Veronika Semenova  34:42 
Thank you so much for that. Next follow up question is what really reduced those negative outcomes caused by COVID-19 in this specific sector?

Dao Kamara  34:51 
One of the real problems we really need to address is access to land. Access to land. Right now Providence Farm Collective is actually farming under seventy acres of farm land. Under the seventy acres of farmland we actually - I love farming all the land because we have infrastructures on those land, we're about to build up a pavillion, a washstation, a flower station, a commercial kitchen. But on the land that we are actually working on right now, it's community farm and twelve incubator farmers. By 2024, we might be running out of land. What other support? We need support for new farmers actually emerging within Western New York. How can they have access to land on their own? What are the support systems in the entity for the New York State Department of Agriculture that can actually help them to access land, land that will be affordable, land I will stay to be proud to say forever that developers and agricultures will not be able to compete. What can we do to actually be able to support those farmers who are aging out so they can actually be able to pass on those lands to the incoming farmers, what can we do to encourage our new generation that is coming out that they can have interest in farmers who are going to be able to rejoin from even for a department for New York State Department of Education from the resettlement agency to be able to identify immigrants or refugees when they enter this country, not just a trader in factory, but ask them what are the skills that they come with, they may not be educated, but they are from agricultural background where they can be able to contribute to society. Not everyone wants to go into the factory, not everyone would be on a Department of Social Services or cash or cash assistance, but we'll be able to use their skill to contribute to society too as well. So I think although negative impact, we find that and say look, and we have to look at racism too as well. Because racism, it helped to keep people in a poor neighborhood and actually be able to bind people into poverty. So if we all can be able to treat one another on the scale of preference of equality, and look on how to make contribution in this world. And we can work together to address the issue. Everyone will be in a better place.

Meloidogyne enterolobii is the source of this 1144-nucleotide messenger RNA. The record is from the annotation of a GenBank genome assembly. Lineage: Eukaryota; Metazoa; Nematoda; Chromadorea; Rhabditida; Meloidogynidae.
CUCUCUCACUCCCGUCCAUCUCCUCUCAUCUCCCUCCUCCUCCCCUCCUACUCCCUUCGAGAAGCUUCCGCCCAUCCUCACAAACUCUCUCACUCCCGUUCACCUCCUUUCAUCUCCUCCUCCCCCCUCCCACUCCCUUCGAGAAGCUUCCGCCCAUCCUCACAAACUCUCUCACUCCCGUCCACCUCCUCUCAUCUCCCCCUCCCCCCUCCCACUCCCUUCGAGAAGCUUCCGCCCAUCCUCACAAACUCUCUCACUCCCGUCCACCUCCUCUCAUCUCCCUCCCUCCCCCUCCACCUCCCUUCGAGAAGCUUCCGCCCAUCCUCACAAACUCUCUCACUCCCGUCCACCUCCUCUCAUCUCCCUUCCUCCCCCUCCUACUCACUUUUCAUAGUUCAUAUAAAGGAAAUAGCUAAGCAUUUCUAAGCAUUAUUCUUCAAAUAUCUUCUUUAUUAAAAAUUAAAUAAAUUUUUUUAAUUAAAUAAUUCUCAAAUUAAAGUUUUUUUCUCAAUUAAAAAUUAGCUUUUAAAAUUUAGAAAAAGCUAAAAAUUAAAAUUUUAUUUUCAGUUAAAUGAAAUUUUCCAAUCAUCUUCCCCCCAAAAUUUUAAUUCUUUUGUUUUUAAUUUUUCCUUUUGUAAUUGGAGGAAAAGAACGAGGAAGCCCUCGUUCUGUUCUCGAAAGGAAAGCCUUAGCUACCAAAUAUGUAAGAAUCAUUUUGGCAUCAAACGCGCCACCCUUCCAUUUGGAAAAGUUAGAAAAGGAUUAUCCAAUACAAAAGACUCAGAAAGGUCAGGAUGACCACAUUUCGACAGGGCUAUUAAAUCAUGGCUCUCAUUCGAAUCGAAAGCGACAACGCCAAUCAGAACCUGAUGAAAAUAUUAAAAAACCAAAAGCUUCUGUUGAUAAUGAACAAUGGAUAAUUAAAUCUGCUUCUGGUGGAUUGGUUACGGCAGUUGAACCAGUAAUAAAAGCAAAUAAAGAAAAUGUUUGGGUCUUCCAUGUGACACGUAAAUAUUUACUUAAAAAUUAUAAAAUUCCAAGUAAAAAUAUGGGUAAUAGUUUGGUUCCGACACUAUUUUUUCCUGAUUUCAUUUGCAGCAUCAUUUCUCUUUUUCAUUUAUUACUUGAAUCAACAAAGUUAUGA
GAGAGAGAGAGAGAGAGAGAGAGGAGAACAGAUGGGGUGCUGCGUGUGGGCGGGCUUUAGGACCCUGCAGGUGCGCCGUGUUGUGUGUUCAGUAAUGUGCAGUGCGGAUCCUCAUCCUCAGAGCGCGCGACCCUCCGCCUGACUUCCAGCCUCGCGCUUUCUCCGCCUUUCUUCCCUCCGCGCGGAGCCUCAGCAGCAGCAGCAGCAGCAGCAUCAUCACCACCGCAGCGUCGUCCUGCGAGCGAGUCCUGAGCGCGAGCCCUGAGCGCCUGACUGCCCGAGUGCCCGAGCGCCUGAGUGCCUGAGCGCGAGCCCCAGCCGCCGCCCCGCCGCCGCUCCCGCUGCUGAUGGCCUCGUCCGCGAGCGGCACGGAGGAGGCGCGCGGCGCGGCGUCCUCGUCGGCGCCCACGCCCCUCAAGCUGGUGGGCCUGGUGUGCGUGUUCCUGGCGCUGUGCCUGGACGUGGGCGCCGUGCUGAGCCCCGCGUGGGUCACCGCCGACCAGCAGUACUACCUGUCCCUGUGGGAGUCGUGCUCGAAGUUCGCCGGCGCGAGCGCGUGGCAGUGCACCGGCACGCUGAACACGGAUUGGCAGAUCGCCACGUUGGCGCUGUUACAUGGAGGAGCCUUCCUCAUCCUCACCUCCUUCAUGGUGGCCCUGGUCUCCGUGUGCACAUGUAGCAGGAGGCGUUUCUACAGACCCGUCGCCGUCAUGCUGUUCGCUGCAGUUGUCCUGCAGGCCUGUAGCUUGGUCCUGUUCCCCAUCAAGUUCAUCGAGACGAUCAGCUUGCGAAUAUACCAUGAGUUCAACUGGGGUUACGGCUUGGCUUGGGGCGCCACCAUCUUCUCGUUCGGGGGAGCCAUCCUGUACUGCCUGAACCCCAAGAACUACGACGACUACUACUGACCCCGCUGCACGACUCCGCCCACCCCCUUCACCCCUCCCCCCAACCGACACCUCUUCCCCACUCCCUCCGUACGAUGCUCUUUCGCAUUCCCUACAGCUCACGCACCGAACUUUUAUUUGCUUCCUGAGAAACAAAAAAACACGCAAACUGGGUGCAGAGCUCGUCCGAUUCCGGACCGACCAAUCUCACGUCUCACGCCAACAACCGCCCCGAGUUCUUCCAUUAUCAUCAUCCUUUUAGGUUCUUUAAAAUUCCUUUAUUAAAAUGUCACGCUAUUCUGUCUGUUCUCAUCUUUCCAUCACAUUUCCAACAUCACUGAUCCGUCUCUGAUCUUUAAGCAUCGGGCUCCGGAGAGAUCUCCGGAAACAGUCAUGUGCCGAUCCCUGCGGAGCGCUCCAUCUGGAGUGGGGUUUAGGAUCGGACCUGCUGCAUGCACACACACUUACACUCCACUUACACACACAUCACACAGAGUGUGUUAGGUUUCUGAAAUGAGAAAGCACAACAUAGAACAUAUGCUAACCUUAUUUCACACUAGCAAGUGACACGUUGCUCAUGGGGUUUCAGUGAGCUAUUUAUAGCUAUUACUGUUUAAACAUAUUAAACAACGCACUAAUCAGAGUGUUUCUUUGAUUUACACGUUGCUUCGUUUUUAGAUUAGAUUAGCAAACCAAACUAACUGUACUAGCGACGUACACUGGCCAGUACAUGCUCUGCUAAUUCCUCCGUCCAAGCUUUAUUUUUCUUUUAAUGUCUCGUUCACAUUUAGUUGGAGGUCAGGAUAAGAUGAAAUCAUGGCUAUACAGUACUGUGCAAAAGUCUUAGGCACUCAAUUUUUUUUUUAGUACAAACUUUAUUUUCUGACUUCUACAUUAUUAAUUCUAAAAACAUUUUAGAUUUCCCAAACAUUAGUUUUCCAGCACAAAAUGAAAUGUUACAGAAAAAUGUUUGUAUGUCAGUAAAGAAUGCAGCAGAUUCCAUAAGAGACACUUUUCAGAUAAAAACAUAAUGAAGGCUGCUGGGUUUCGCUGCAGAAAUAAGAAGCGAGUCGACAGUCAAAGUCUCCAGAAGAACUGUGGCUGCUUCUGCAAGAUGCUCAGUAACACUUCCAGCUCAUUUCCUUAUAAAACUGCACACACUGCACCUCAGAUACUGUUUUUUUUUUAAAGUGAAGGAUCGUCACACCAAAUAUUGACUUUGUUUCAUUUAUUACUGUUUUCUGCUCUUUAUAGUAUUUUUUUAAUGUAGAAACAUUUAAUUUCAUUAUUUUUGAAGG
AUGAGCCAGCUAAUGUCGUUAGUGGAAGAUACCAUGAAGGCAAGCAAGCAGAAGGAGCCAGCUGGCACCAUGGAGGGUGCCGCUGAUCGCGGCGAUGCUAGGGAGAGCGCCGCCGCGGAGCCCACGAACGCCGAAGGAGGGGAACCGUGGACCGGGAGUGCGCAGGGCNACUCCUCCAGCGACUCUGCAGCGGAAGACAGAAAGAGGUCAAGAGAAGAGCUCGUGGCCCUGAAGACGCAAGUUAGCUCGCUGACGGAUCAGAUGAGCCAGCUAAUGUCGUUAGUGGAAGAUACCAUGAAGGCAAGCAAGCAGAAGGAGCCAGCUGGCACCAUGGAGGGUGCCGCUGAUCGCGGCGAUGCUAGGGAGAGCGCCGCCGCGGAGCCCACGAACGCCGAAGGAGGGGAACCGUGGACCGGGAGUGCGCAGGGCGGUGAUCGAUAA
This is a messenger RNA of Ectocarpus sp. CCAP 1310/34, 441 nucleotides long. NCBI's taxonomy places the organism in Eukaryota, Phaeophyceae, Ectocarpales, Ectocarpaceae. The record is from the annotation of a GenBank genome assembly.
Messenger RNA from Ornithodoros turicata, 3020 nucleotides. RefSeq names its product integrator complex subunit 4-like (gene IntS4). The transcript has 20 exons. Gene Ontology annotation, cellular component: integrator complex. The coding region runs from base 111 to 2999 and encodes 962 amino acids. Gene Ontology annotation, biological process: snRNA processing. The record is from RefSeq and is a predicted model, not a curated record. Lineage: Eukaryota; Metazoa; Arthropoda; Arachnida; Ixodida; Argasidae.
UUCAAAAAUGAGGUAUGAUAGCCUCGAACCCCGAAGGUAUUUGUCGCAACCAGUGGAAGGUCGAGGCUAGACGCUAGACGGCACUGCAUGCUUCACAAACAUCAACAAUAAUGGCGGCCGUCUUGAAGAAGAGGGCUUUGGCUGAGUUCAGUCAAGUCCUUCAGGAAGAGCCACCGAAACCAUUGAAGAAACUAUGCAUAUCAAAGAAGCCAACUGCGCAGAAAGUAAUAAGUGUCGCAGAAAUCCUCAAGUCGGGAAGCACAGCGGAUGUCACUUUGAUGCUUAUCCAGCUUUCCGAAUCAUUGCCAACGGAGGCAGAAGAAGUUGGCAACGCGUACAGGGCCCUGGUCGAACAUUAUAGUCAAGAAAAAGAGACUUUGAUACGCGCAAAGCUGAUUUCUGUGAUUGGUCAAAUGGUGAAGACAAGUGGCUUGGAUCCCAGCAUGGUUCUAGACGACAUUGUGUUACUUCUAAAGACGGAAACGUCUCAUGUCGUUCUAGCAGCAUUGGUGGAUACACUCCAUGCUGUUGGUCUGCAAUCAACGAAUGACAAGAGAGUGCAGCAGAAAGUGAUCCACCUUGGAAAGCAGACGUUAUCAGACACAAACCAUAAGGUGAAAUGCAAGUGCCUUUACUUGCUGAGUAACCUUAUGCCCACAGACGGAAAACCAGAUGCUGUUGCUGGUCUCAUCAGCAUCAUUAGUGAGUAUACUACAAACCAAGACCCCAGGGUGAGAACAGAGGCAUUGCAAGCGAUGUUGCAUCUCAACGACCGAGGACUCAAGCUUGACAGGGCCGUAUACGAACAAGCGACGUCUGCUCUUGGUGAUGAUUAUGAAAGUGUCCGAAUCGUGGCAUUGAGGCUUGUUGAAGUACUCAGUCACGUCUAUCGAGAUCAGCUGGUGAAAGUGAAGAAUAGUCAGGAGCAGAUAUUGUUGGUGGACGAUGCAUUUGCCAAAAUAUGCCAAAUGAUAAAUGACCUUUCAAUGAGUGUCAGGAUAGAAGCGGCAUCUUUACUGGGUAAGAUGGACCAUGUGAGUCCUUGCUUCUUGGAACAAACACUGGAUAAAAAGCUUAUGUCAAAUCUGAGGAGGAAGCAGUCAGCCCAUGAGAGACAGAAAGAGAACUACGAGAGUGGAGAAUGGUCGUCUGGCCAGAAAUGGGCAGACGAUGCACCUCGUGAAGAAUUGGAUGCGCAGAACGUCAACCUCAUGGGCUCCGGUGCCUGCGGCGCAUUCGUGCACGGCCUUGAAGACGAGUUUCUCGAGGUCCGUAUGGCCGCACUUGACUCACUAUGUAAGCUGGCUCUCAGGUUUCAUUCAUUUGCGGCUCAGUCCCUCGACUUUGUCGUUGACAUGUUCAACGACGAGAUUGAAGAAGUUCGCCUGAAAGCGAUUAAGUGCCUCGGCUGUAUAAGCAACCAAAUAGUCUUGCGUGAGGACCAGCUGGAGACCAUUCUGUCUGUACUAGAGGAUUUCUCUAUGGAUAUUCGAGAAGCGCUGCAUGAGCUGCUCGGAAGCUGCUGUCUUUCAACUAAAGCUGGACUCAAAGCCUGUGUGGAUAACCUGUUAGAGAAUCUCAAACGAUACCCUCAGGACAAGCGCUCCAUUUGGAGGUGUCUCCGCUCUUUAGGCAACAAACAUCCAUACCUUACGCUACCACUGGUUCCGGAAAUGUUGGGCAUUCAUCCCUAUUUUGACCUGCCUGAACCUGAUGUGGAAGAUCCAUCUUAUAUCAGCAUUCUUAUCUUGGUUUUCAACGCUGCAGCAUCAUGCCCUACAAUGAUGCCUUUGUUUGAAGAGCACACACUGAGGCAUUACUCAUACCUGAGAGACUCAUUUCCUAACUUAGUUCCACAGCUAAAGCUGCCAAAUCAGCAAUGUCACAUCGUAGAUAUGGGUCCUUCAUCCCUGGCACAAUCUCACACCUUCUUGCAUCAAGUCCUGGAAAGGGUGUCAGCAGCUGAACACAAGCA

Elisabeth Stowell  37:11 
Thank you so much, Dao. Alex, do you have anything that you wanted to add on this topic?

Alexandra Judelsohn  37:16 
Yeah, I mean, I agree with everything that Dao said, and you know, especially at the local level, he said, ensure access to land. Obviously, soil in the city comes with a lot of issues. But, so a large percentage of land in the city of Buffalo is vacant, there should be a process that is not opaque for securing it. And, you know, using city land for agricultural uses is completely valid, it doesn't all need to be maintained for a developer to develop someday. And I just think that local governments need to learn to work with refugee communities and listen to rest refugee voices. For example, in Buffalo, we have an Office of New Americans, there's a new staff person, and I don't know who it is yet. But why don't we create a task force with leaders from different former refugee communities so people can actually directly hear the voices and the issues in these communities and a state level refugee advisory committee to give input. And as to what the refugee community needs, someone I talked to for my research, sat in on, there's a weekly meeting of these nine national - they're called national voluntary agencies (VOADs), that administer resettlement services in the US. And they said that this person said, it's kind of like a Sports Draft deciding where people will go, but why don't we listen, like Dao said, to what people bring with them? Everyone has a unique experience and unique skills. And think about that in terms of where people are going to go, you know, does someone have an agrarian background? Let's go someplace where there might be a program to turn over land from a farmer who wants to retire. And thinking, I guess, more holistically, if the refugee resettlement program, you know, the goal is to set people up for success and well being in their new home, you know, 90 days of support. And this program that really just sets people up to become economically self sufficient is not the right way to do things.